Discipleship: Presenting God’s Truth: Part I
One fundamental aspect of discipleship is presenting God’s truth. Presenting God’s truth is always a good thing. Jesus is Truth, the Word is truth, and the Holy Spirit is the Spirit of truth (John 14:6; 17:17; 16:13). Truth and only truth will set the person free from his bondage of deadness, darkness, and depravity. Many deny the fact of bondage. Only truth leads to life which is lived in the light. Truth, light, and life form an unbreakable triad that honors and grows the believer.
When presenting truth, several facts must be remembered:
• the relationship between the two people,
• what is said,
• how it is said,
• the goal of what is said,
• the spiritual maturity and willingness of the person receiving truth.
These five factors are important in discipleship and for presenting God’s truth as a blessing and not as a burden. The truth sets people free (John 8:31-32). Therefore, our delivery should not be the burden. The truth carries its own “hammer” as it pierces and filets the heart which is the heart of the matter (Hebrews 4:12-13; Proverbs 4:23). Fallen man, even believers, is quite protective of himself especially the heart. I call this approach to life and self the fig-leaf function or the cover-up function of life modeled by the first parents in the Garden (Genesis 3) and continued until Christ returns. .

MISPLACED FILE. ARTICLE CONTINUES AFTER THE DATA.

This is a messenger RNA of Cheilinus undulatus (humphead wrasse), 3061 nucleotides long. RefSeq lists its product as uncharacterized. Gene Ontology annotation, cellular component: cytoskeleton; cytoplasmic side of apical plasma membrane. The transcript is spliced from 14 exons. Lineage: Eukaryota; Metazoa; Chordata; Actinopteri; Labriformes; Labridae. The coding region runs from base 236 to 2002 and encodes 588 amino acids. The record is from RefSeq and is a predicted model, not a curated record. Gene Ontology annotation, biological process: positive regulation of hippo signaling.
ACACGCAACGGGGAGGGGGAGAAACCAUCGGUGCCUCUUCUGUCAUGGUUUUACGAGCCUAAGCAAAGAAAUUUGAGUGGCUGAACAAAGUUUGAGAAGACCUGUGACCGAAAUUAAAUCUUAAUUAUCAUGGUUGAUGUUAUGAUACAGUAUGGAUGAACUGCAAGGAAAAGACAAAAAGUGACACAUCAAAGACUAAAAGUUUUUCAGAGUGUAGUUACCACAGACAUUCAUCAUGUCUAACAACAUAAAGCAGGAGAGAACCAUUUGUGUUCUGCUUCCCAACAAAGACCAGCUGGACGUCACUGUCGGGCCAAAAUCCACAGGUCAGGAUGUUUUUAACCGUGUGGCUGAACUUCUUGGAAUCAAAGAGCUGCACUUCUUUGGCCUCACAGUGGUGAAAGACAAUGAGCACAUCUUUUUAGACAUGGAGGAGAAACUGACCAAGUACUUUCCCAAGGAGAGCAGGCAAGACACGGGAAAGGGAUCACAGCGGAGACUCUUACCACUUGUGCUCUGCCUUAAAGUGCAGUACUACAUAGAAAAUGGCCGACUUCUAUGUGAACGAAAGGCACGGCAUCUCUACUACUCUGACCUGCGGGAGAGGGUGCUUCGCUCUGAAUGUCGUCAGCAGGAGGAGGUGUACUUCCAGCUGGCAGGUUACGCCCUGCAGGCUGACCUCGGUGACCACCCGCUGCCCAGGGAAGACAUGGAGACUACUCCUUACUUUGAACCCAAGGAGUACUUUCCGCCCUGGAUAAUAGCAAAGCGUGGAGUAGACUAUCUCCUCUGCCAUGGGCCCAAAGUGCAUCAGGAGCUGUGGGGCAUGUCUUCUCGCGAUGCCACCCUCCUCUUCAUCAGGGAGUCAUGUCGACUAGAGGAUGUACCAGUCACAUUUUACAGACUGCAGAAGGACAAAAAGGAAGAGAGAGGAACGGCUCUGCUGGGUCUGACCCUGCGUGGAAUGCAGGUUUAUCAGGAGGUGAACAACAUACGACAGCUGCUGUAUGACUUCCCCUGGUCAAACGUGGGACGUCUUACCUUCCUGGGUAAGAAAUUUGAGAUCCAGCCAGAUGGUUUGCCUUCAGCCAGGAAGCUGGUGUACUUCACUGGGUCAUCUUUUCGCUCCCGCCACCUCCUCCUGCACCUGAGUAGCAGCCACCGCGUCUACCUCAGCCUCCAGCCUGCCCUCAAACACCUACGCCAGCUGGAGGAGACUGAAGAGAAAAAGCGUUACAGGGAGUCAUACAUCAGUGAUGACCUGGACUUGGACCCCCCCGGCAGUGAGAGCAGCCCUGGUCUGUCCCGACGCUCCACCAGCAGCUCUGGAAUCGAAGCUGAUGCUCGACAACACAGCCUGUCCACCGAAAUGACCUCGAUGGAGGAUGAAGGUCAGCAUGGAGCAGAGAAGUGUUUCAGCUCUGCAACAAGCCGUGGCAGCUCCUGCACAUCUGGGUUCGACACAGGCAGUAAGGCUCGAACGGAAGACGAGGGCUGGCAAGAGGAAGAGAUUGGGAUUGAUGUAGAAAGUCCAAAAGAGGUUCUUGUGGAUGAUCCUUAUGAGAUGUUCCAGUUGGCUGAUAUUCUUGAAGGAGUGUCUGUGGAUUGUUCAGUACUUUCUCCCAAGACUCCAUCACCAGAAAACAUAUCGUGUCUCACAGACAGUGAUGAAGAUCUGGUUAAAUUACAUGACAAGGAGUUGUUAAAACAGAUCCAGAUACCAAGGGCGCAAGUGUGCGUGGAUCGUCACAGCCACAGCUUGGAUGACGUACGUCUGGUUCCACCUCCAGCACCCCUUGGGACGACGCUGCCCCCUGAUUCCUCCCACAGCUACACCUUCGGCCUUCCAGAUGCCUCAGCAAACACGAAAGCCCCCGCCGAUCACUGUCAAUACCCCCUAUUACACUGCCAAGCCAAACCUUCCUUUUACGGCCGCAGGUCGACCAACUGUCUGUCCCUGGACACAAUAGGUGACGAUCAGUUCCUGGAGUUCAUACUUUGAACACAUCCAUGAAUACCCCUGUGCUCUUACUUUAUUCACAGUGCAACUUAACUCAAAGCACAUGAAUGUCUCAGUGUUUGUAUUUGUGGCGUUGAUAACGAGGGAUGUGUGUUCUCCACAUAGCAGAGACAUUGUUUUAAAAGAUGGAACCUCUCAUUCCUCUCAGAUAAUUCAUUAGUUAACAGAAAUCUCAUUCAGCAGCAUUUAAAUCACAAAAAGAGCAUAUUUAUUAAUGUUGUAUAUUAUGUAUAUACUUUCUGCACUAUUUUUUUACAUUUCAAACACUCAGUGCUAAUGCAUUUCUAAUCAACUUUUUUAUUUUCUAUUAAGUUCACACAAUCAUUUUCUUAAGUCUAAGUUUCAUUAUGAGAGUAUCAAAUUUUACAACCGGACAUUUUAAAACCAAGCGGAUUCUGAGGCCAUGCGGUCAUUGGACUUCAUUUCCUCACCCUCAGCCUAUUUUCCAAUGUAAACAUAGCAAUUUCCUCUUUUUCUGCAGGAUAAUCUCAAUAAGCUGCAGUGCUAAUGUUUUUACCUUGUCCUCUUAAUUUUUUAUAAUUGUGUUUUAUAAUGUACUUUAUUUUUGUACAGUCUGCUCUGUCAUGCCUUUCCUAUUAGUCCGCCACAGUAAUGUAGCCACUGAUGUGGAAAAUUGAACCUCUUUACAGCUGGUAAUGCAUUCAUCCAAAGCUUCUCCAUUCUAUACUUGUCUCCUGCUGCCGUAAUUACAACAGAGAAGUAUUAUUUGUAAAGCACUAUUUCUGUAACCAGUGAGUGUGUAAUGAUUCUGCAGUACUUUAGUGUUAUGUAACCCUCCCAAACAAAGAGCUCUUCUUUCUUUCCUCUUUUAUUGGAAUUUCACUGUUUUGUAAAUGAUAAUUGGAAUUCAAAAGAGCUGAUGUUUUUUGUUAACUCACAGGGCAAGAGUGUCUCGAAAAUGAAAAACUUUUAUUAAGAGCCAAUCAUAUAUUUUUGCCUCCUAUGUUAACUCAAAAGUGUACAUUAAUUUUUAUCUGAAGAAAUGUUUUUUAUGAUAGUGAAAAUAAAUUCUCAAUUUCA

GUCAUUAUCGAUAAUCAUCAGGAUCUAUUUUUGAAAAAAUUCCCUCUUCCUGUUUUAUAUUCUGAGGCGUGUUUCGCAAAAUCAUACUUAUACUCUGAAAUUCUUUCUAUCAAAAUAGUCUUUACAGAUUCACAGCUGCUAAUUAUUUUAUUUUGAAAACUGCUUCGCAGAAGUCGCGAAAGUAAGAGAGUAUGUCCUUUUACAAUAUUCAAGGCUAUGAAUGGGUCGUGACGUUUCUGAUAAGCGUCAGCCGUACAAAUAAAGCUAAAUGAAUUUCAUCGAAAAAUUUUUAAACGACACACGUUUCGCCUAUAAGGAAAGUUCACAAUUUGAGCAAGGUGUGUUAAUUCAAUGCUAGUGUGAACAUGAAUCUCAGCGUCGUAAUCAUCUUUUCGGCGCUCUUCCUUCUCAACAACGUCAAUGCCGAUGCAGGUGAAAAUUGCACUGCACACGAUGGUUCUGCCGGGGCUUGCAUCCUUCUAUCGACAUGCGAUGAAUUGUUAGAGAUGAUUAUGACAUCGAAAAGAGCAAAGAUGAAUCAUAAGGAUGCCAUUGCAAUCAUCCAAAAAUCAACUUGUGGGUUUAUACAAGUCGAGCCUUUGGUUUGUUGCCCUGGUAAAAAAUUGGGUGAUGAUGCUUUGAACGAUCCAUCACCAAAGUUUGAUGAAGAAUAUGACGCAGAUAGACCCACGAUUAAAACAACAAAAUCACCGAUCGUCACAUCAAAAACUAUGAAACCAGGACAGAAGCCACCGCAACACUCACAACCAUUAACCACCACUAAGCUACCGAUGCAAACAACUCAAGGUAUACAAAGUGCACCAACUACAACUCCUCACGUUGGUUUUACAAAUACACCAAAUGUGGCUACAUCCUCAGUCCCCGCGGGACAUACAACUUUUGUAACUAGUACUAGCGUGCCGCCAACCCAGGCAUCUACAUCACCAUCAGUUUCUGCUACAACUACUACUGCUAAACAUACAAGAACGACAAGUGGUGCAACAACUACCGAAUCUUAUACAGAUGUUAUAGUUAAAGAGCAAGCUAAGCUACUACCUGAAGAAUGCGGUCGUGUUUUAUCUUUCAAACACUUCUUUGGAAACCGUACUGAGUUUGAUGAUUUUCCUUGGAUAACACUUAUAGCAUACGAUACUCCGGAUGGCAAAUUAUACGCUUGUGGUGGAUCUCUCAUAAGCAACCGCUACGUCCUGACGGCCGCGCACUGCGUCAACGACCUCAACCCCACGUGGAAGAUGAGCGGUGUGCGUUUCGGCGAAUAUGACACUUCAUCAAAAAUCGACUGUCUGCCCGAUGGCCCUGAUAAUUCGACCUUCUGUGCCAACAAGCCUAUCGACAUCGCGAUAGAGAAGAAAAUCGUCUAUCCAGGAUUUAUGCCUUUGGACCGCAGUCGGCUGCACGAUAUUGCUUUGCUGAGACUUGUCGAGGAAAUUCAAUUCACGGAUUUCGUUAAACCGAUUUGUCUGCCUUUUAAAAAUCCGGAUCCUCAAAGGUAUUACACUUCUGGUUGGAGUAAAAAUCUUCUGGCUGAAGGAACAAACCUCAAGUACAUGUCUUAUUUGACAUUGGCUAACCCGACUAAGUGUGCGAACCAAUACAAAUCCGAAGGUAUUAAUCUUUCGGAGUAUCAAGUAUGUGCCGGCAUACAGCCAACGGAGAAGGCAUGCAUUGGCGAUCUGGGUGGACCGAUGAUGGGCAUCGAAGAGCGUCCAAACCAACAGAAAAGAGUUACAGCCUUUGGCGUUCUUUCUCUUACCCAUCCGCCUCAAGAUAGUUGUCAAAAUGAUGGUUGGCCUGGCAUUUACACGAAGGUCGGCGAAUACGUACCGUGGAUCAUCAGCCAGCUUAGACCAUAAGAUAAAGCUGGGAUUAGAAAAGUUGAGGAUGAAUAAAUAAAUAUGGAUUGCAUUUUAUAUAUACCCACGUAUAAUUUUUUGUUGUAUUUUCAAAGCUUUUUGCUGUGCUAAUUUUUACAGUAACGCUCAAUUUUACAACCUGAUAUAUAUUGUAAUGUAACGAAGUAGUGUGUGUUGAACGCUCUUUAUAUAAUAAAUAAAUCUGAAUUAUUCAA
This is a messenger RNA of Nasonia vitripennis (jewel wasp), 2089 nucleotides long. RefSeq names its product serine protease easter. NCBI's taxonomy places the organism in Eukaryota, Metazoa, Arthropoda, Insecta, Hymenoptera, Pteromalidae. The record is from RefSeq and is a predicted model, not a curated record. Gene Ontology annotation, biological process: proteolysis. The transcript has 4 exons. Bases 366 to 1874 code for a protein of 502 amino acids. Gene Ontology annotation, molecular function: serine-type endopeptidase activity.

The truth for the person should include God’s view of the problem and His solution. Truth always trumps human wisdom devoid of the Bible, experience, and feelings. The person needs a change in his interpretative grid. The goal is to help the believer think God’s thoughts, desire what God desires and act accordingly (Isaiah 55:6-11).
Every believer has biblical truth because he is a new creature indwelt by the Holy Spirit (2 Corinthians 5:17; Ephesians 1:14-21; 3:14-21). But so often the believer still has eyes and ears but doesn’t see and hear as he should. He has saving faith but he functions by an interpretative grid that is for self, by self, and to self. He depends on feelings, experience, and his own reasoning divorced from biblical truth. God’s truth from a changed heart is the change that brings about a change in his interpretative grid. Therefore, fellow believers who are developing as lovers of truth relish bathing in God’s truth. They come to the aid of fellow believers who are trapped and in bondage to self, sin, and satanic reasoning (Galatians 6:1-5). A bath is always a pleasant experience but the temperature of the water needs to be just right. The same care must be present when giving truth to others.
Giving God’s truth that is most relevant to the person given his situation and his spiritual maturity, his willingness to engage, and the strength of the relationship are all important considerations. God’s truth is always appropriate but its presentation can take many forms. Bathed in God’s truth is a helpful metaphor for coming alongside of people.